Set in Birmingham, The News Where You Are tells the funny, touching story of Frank, a local TV news presenter. Beneath his awkwardly corny screen persona, Frank is haunted by disappearances: the mysterious hit and run that killed his predecessor Phil Smethway; the demolition of his father’s post-war brutalist architecture; and the unmarked passing of those who die alone in the city. Frank struggles to make sense of these absences while having to report endless local news stories of holes opening up in people’s gardens and trying to cope with his resolutely miserable mother. The result is that rare thing: a page-turning novel which asks the big questions in an accessible way, and is laugh-out-loud funny, genuinely moving and ultimately uplifting.

Love Is like Park Avenue by Alvin Levin
PS3523.E79915 L68 2009

Alvin Levin, himself from the Bronx, captured life in the turbulent era of the 1930s in New York City. The stories are all told by an “outsider artist”, a writer who is never able to finish his long novel yet easily writes these small touching portraits about the poor who, in their dance halls and bars, long to live the high-life of the Park Avenue “swells” in dance halls and bars.

Dark Matter by Juli Zeh
translated from the German by Christine Lo.
PT2688.E28 S3513 2010

Sebastian and Oskar have been friends since their days studying physics at university, when both were considered future Nobel Prize candidates. But their lives took divergent paths, as did their scientific views. Whenever Oskar comes to visit from his prestigious research post in Geneva, there is tension in the air, and it doesn’t help their friendship that he feels Sebastian has not lived up to his intellectual capacities, having chosen marriage and fatherhood as an exit strategy. A few days after a particularly heated argument between the two men, Sebastian leaves his son sleeping in the back seat while he goes into a service station. When he returns, the car has disappeared without trace. His phone rings and a voice informs him that in order to get his son back he must kill a man. As Sebastian’s life unravels, the only person he can safely reach out to is Oskar. Then Detective Schilf comes on the scene, with a most unorthodox method of uncovering the truth. With intelligence, wit, precision, and grace, Juli Zeh crafts a philosophical thriller which uses the clash of the ideal and the material worlds, the bending of reality, and the search for a definition of time to explore the ideas of guilt and innocence and the infinite configurations of love.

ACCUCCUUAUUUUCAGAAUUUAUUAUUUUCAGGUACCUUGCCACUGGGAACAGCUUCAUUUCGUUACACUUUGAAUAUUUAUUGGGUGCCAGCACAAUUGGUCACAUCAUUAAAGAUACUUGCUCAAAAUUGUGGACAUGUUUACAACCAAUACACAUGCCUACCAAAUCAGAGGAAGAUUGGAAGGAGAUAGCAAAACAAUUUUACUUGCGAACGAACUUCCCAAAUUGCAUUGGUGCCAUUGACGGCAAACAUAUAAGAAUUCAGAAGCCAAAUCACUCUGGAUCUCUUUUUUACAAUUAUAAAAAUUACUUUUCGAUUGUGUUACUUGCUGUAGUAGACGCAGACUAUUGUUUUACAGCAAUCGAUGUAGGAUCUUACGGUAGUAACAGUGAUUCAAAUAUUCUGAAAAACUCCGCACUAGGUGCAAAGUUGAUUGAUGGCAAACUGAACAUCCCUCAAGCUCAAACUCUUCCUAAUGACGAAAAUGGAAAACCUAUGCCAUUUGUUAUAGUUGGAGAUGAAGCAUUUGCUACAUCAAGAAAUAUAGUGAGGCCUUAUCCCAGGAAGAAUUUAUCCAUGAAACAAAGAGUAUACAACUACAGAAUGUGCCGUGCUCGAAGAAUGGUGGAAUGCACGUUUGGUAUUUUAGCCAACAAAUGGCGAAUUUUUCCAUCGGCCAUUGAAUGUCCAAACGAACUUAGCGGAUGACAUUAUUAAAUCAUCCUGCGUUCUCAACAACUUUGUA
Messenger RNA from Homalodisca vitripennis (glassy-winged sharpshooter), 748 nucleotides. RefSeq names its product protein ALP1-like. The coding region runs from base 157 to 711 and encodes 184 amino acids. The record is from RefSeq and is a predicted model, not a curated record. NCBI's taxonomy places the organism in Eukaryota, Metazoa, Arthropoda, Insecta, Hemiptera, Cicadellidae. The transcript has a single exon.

Broken Glass Park by Alina Bronsky
translated from the German by Tim Mohr.
PT2702.R658 S3413 2010

Broken Glass Park made a remarkable debut when it was published in Germany in 2008. Its author, the twenty-nine-year old Russian-born Alina Bronksy has since been hailed as a wunderkind, an immense talent who has been the subject of constant praise and debate.

The heroine of this enigmatic, razor-sharp, and thoroughly contemporary novel is seventeen- year-old Sacha Naimann, born in Moscow. Sacha lives in Berlin now with her two younger siblings and, until recently, her mother. She is precocious, independent, skeptical and, since her stepfather murdered her mother several months ago, an orphan. Unlike most of her companions, she doesn’t dream of getting out the tough housing project where they live. Her dreams are different: she wants to write a novel about her mother; and she wants to end the life of Vadim, the man who murdered her.

What strikes the reader most in this exceptional novel is Sacha’s voice: candid, self-confident, mature and childlike at the same time: a voice so like the voices of many of her generation with its characteristic mix of worldliness and innocence, skepticism and enthusiasm. This is Sacha’s story and it is as touching as any in recent literature.

Germany’s Freundin Magazine called Broken Glass Park “a ruthless, entertaining portrayal of life on the margins of society.” But Sacha’s story does not remain on the margins; it goes straight to the heart of what it means to be seventeen in these the first years of the new century.